Imported Monkeys Cause Tuberculosis Outbreak in Michigan Lab

Published by .
4 min read

Update (August 17, 2023): PETA continues to sound the alarm about the threat posed by the importation of lab-bound monkeys into the U.S.—and the feds’ utter failure to protect public health.

We recently revealed that monkeys infected with tuberculosis (TB)—a deadly disease transmissible to humans—had been imported into the U.S. and eventually ended up in a Michigan laboratory.

Now we’ve uncovered documents showing that laboratories in nine additional states (see the list below) recently received shipments of monkeys who either had no proof of any TB test or had results that were too old to protect public health. Simply put, these states were clueless as to whether these monkeys were carrying TB.

We’ve urged the relevant state veterinarians to halt the movement of monkeys into their jurisdictions and immediately quarantine all those who have come into their states in the last 18 months.

Additional States That May Have Received TB-Infected Monkeys
  • Maryland
  • Nevada
  • New Jersey
  • New Mexico
  • New York
  • Ohio
  • Oregon
  • Pennsylvania
  • Wisconsin

The Centers for Disease Control and Prevention (CDC) could stop this madness today by shutting down the monkey-abduction pipeline that’s led TB-infected and -exposed animals to enter this country. But the agency continues to ignore its mandate to—as its name says—control and prevent disease.

Please take action and tell the CDC to ban the importation of monkeys into the U.S.

PETA has uncovered documents revealing what we’ve been warning about for months: Stressed-out monkeys imported from overseas have brought a deadly disease transmissible to humans with them.

A Michigan laboratory has confirmed to us that several imported monkeys were found to have tuberculosis (TB), a deadly disease.

At least three monkeys at Northern Biomedical Research tested positive for TB, and other monkeys are under quarantine. Two humans in that lab also tested positive for TB and were referred for treatment, according to the state’s Department of Health and Human Services, as reported by MLive.

monkey smuggled in wooden crate

The imported monkeys were flown to Florida and had been through a 31-day quarantine mandated by the Centers for Disease Control and Prevention (CDC), but the disease wasn’t detected—probably because the test the CDC uses is notoriously inadequate. The monkeys were cleared and trucked more than 1,200 miles through at least five states to Northern Biomedical, which is located just east of Lake Michigan. We don’t know how many more monkeys were in the shipment or where they went.

The primates involved are long-tailed macaques, an endangered species. They were “wild-caught,” an industry euphemism meaning they were likely abducted from their forest homes—in this case in Mauritius, an Indian Ocean island nation off the southeastern coast of Africa.

PETA’s Response

PETA has rushed letters to state veterinarians and public health officials nationwide, urging them to prohibit monkeys from entering their states and to initiate a TB quarantine in all facilities that have received monkeys over the past six months. We have also renewed our call to the CDC to do its job, protect the public, and permanently ban the importation of monkeys for use in laboratories. Thirty-nine states have primate laboratories or breeding facilities that supply labs.

Spreading the Mauritius Outbreak

A large monkey factory farm in Mauritius, the second largest exporting country of monkeys destined for laboratories, is currently experiencing a massive tuberculosis outbreak.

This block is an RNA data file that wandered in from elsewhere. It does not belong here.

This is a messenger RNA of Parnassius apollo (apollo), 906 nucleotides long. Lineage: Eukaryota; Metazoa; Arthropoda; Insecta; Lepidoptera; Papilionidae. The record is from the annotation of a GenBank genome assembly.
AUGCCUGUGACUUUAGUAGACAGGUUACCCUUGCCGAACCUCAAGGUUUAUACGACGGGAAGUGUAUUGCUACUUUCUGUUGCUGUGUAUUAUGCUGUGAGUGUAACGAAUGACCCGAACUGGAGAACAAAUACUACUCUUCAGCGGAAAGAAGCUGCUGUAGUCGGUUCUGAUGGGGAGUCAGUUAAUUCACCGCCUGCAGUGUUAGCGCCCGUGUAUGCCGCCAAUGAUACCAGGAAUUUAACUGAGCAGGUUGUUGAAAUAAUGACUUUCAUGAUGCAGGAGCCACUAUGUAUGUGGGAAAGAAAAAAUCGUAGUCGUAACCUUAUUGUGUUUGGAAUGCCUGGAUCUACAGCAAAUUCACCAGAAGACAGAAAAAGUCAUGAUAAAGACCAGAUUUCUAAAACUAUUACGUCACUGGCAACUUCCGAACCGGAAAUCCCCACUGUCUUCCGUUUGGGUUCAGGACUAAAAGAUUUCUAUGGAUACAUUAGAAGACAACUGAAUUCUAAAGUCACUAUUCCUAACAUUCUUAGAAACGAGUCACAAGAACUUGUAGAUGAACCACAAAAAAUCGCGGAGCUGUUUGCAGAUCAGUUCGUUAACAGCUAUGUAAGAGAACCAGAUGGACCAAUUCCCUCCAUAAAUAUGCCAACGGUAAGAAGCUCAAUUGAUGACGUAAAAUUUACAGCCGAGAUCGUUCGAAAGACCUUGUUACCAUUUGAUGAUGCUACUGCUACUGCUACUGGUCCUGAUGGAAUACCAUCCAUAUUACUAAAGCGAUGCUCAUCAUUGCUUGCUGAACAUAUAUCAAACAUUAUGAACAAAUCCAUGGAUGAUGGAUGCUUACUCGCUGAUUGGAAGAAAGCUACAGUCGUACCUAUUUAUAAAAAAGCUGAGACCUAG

PETA, along with other partner animal advocacy groups, has warned that numerous TB-affected monkeys imported from Mauritius within the past six to 12 months are likely already scattered across sites in the U.S., France, Spain, and the U.K., all importers of monkeys from the island nation.

Any facility that has received primates from Mauritius recently, either directly or from a dealer that obtains them from there, may be harboring infected monkeys.

Monkeys with TB aren’t treated. They’re killed.

Asleep at the Wheel

The CDC is aware of the TB outbreak in Mauritius, but it has so far declined to end monkey imports from that country. Astonishingly, the agency recently defied federal recommendations to assess comprehensively and conduct surveillance of the disease risks associated with imported primates.

The CDC’s own documentation reveals an increase in the number of TB-infected monkeys arriving in the U.S. since 2021, according to records obtained by PETA, and we have urged the agency’s National Center for Emerging and Zoonotic Infectious Diseases to take action to mitigate the risk to the public posed by imported monkeys.

What You Can Do

Not only is confining hundreds of monkeys in crowded, unnatural conditions cruel, it also inevitably spreads diseases and confounds research. The CDC, which clearly possesses neither the tools nor the inclination to handle this easily fixable problem, is recklessly ignoring a significant public health threat.

The solution is simple: End the international trade in primates for laboratory use.

Please take action and tell the CDC to end its involvement in the reckless, cruel, and unnecessary international monkey trade.

Stay up to date on the latest vegan trends and get breaking animal rights news delivered straight to your inbox!

By submitting this form, you’re acknowledging that you have read and agree to our privacy policy and agree to receive e-mails from us.

Get the Latest Tips—Right in Your Inbox
We’ll e-mail you weekly with the latest in vegan recipes, fashion, and more!

By submitting this form, you’re acknowledging that you have read and agree to our privacy policy and agree to receive e-mails from us.